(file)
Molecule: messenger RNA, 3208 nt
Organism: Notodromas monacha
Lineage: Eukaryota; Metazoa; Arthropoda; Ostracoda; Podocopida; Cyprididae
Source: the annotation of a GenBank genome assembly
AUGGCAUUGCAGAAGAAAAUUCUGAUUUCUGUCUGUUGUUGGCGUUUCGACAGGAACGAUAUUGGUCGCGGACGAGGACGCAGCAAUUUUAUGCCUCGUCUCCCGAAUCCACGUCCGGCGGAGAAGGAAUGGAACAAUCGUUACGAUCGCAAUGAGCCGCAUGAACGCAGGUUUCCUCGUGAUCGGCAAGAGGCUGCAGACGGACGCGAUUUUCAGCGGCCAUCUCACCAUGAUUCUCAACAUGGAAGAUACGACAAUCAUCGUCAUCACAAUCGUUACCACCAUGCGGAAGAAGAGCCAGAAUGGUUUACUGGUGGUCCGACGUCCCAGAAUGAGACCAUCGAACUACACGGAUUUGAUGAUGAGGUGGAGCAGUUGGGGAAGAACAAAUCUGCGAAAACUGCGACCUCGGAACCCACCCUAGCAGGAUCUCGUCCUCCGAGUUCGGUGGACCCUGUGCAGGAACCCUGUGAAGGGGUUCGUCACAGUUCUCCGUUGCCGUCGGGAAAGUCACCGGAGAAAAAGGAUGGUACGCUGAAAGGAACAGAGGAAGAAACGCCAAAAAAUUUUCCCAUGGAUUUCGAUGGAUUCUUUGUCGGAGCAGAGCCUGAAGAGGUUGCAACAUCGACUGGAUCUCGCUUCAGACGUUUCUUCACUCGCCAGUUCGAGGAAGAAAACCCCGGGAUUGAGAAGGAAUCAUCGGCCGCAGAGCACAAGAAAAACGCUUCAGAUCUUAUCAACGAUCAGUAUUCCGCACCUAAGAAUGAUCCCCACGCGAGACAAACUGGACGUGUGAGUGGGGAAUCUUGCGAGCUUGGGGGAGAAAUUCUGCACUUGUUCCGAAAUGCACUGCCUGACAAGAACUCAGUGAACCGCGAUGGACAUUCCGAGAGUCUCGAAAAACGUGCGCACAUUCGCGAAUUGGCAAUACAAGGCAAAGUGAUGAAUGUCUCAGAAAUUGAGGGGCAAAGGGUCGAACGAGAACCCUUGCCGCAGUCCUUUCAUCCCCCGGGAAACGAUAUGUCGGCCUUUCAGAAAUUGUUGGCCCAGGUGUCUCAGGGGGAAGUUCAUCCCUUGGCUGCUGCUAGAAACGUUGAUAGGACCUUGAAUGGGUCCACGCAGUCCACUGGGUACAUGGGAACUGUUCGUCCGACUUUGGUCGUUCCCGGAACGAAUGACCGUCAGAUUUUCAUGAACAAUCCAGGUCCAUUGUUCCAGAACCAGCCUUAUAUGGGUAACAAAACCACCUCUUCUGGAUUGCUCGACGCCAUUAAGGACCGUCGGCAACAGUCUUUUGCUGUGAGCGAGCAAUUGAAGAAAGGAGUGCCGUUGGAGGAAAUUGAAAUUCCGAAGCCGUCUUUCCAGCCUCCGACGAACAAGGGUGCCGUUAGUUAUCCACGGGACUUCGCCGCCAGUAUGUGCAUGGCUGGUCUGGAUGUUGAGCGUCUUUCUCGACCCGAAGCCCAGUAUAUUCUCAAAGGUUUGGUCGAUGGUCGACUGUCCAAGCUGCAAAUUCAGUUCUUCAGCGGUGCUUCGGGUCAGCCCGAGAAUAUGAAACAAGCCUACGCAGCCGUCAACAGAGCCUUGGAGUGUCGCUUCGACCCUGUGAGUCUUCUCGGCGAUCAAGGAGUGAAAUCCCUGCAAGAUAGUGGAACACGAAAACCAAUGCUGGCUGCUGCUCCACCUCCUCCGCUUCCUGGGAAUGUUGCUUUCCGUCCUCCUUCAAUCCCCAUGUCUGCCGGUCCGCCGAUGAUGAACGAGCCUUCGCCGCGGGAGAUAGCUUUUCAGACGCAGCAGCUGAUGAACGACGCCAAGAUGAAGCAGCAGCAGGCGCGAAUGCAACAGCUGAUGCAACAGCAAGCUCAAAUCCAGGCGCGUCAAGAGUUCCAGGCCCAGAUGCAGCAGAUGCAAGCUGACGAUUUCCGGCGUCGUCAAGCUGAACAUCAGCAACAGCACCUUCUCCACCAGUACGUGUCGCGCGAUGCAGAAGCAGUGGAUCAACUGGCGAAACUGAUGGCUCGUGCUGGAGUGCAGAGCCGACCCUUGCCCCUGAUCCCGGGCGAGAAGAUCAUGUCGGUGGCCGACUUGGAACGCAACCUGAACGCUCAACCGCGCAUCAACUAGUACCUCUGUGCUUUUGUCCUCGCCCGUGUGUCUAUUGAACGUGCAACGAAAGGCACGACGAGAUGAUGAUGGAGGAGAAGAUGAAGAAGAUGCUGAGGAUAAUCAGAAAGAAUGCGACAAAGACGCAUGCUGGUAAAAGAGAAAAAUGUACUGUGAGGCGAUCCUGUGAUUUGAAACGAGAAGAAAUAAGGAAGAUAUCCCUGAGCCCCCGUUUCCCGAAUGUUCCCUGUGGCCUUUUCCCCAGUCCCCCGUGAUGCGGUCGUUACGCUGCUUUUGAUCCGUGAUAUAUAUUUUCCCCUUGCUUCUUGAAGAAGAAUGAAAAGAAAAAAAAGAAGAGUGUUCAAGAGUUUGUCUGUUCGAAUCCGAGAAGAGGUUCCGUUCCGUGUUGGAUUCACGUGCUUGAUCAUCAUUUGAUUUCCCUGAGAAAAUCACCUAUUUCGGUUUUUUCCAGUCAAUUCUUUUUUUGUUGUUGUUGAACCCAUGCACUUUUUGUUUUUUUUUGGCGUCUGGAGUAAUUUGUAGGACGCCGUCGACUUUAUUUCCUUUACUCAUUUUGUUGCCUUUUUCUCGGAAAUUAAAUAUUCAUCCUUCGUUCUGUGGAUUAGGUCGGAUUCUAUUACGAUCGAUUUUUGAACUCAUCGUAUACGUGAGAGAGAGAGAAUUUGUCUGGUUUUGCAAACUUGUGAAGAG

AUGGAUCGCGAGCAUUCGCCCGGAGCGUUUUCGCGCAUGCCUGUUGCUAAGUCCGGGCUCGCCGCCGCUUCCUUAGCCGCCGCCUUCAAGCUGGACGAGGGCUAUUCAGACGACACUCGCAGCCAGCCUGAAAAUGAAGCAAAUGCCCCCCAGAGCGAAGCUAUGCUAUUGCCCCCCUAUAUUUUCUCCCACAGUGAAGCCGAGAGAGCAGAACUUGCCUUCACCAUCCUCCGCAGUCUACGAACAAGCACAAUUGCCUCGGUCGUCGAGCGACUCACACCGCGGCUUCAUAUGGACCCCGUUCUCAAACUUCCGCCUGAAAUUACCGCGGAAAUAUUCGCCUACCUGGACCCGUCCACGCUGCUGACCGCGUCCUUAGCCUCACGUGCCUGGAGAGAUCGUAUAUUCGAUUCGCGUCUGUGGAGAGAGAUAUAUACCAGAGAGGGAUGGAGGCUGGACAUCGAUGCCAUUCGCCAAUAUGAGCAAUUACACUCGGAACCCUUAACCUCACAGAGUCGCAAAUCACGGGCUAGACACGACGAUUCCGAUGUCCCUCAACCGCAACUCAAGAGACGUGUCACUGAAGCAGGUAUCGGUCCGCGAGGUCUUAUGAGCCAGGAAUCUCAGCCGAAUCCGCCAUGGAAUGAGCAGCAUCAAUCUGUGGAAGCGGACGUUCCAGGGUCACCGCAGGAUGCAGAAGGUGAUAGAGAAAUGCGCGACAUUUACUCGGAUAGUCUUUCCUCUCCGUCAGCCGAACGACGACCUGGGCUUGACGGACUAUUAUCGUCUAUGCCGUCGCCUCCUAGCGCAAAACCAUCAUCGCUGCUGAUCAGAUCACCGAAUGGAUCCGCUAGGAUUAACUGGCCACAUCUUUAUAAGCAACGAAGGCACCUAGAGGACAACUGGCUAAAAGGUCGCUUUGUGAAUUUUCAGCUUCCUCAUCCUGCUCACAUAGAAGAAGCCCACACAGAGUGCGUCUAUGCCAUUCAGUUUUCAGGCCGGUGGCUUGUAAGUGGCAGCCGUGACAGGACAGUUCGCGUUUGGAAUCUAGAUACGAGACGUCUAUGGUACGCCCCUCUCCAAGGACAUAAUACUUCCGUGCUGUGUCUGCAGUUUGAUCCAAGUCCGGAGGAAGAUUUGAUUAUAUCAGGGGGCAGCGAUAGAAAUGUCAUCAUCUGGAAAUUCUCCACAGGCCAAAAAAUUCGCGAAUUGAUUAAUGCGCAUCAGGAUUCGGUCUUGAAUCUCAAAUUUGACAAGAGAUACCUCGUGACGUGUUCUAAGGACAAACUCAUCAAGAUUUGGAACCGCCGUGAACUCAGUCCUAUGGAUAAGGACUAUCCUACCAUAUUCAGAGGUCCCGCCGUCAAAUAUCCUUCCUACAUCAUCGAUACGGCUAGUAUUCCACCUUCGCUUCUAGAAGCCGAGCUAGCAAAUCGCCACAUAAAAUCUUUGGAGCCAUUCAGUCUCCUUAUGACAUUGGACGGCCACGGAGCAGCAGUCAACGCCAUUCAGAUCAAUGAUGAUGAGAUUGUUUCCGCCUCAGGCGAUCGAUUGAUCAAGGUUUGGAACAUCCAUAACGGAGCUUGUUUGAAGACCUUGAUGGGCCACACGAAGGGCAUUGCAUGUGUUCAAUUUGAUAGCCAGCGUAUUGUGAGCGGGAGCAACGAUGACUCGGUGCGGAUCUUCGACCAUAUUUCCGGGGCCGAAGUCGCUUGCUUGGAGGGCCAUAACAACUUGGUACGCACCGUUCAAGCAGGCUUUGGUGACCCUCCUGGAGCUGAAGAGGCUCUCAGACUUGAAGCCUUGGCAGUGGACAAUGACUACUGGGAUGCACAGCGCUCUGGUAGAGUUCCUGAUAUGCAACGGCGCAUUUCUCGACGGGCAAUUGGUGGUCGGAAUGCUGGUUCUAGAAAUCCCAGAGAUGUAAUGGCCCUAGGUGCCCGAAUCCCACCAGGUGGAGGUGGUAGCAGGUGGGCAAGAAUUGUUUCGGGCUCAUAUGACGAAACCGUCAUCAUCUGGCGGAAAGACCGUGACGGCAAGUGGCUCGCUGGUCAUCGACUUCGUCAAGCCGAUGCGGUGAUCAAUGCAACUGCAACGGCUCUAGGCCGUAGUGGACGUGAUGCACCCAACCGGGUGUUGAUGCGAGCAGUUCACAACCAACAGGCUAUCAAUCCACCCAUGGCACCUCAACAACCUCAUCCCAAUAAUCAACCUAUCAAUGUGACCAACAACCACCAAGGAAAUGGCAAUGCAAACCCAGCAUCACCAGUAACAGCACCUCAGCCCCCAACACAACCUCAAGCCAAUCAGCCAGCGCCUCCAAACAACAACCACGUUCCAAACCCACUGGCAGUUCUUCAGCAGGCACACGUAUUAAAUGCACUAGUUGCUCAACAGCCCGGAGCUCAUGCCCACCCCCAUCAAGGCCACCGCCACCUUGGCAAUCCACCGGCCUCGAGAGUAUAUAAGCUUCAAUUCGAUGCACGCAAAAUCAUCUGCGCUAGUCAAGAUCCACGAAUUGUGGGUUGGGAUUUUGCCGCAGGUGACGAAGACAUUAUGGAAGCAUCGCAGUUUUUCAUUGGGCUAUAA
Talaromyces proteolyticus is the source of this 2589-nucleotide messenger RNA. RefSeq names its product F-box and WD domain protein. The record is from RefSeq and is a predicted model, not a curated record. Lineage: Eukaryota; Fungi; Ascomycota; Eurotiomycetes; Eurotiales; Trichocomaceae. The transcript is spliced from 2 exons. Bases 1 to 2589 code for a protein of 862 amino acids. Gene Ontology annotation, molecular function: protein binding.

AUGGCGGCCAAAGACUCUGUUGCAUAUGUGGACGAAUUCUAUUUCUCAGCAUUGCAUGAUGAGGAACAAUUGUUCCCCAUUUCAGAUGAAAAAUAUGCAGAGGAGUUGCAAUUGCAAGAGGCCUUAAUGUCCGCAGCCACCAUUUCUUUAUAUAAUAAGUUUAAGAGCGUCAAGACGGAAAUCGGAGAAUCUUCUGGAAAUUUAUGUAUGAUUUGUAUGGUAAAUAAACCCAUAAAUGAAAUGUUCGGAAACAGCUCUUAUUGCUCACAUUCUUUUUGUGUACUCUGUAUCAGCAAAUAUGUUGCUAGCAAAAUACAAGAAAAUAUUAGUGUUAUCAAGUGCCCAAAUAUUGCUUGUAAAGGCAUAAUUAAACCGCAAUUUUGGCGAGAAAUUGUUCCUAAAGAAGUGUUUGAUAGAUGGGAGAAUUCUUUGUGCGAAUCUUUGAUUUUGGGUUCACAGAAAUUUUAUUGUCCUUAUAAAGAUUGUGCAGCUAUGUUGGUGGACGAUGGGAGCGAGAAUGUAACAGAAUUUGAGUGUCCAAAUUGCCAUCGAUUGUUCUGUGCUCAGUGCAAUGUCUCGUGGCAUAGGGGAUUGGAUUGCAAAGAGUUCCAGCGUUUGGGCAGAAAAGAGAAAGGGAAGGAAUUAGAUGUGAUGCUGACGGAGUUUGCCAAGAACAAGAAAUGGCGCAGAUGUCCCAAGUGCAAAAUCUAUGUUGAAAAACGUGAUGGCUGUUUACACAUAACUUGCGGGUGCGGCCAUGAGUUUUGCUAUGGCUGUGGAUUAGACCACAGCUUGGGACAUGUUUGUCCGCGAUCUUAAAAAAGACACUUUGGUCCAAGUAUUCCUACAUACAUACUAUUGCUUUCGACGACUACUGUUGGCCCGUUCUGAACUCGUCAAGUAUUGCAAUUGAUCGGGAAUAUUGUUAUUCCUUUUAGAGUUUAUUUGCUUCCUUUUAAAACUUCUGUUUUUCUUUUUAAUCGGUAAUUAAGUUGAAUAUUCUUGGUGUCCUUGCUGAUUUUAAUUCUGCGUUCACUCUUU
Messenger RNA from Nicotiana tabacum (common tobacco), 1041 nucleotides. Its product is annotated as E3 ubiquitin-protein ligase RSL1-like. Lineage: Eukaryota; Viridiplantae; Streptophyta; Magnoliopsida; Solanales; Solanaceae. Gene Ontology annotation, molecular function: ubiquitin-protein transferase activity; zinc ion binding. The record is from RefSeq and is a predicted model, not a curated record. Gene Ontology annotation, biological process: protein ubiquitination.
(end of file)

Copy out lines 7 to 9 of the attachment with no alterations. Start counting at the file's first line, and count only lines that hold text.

Talaromyces proteolyticus is the source of this 2589-nucleotide messenger RNA. RefSeq names its product F-box and WD domain protein. The record is from RefSeq and is a predicted model, not a curated record. Lineage: Eukaryota; Fungi; Ascomycota; Eurotiomycetes; Eurotiales; Trichocomaceae. The transcript is spliced from 2 exons. Bases 1 to 2589 code for a protein of 862 amino acids. Gene Ontology annotation, molecular function: protein binding.

AUGGCGGCCAAAGACUCUGUUGCAUAUGUGGACGAAUUCUAUUUCUCAGCAUUGCAUGAUGAGGAACAAUUGUUCCCCAUUUCAGAUGAAAAAUAUGCAGAGGAGUUGCAAUUGCAAGAGGCCUUAAUGUCCGCAGCCACCAUUUCUUUAUAUAAUAAGUUUAAGAGCGUCAAGACGGAAAUCGGAGAAUCUUCUGGAAAUUUAUGUAUGAUUUGUAUGGUAAAUAAACCCAUAAAUGAAAUGUUCGGAAACAGCUCUUAUUGCUCACAUUCUUUUUGUGUACUCUGUAUCAGCAAAUAUGUUGCUAGCAAAAUACAAGAAAAUAUUAGUGUUAUCAAGUGCCCAAAUAUUGCUUGUAAAGGCAUAAUUAAACCGCAAUUUUGGCGAGAAAUUGUUCCUAAAGAAGUGUUUGAUAGAUGGGAGAAUUCUUUGUGCGAAUCUUUGAUUUUGGGUUCACAGAAAUUUUAUUGUCCUUAUAAAGAUUGUGCAGCUAUGUUGGUGGACGAUGGGAGCGAGAAUGUAACAGAAUUUGAGUGUCCAAAUUGCCAUCGAUUGUUCUGUGCUCAGUGCAAUGUCUCGUGGCAUAGGGGAUUGGAUUGCAAAGAGUUCCAGCGUUUGGGCAGAAAAGAGAAAGGGAAGGAAUUAGAUGUGAUGCUGACGGAGUUUGCCAAGAACAAGAAAUGGCGCAGAUGUCCCAAGUGCAAAAUCUAUGUUGAAAAACGUGAUGGCUGUUUACACAUAACUUGCGGGUGCGGCCAUGAGUUUUGCUAUGGCUGUGGAUUAGACCACAGCUUGGGACAUGUUUGUCCGCGAUCUUAAAAAAGACACUUUGGUCCAAGUAUUCCUACAUACAUACUAUUGCUUUCGACGACUACUGUUGGCCCGUUCUGAACUCGUCAAGUAUUGCAAUUGAUCGGGAAUAUUGUUAUUCCUUUUAGAGUUUAUUUGCUUCCUUUUAAAACUUCUGUUUUUCUUUUUAAUCGGUAAUUAAGUUGAAUAUUCUUGGUGUCCUUGCUGAUUUUAAUUCUGCGUUCACUCUUU
Messenger RNA from Nicotiana tabacum (common tobacco), 1041 nucleotides. Its product is annotated as E3 ubiquitin-protein ligase RSL1-like. Lineage: Eukaryota; Viridiplantae; Streptophyta; Magnoliopsida; Solanales; Solanaceae. Gene Ontology annotation, molecular function: ubiquitin-protein transferase activity; zinc ion binding. The record is from RefSeq and is a predicted model, not a curated record. Gene Ontology annotation, biological process: protein ubiquitination.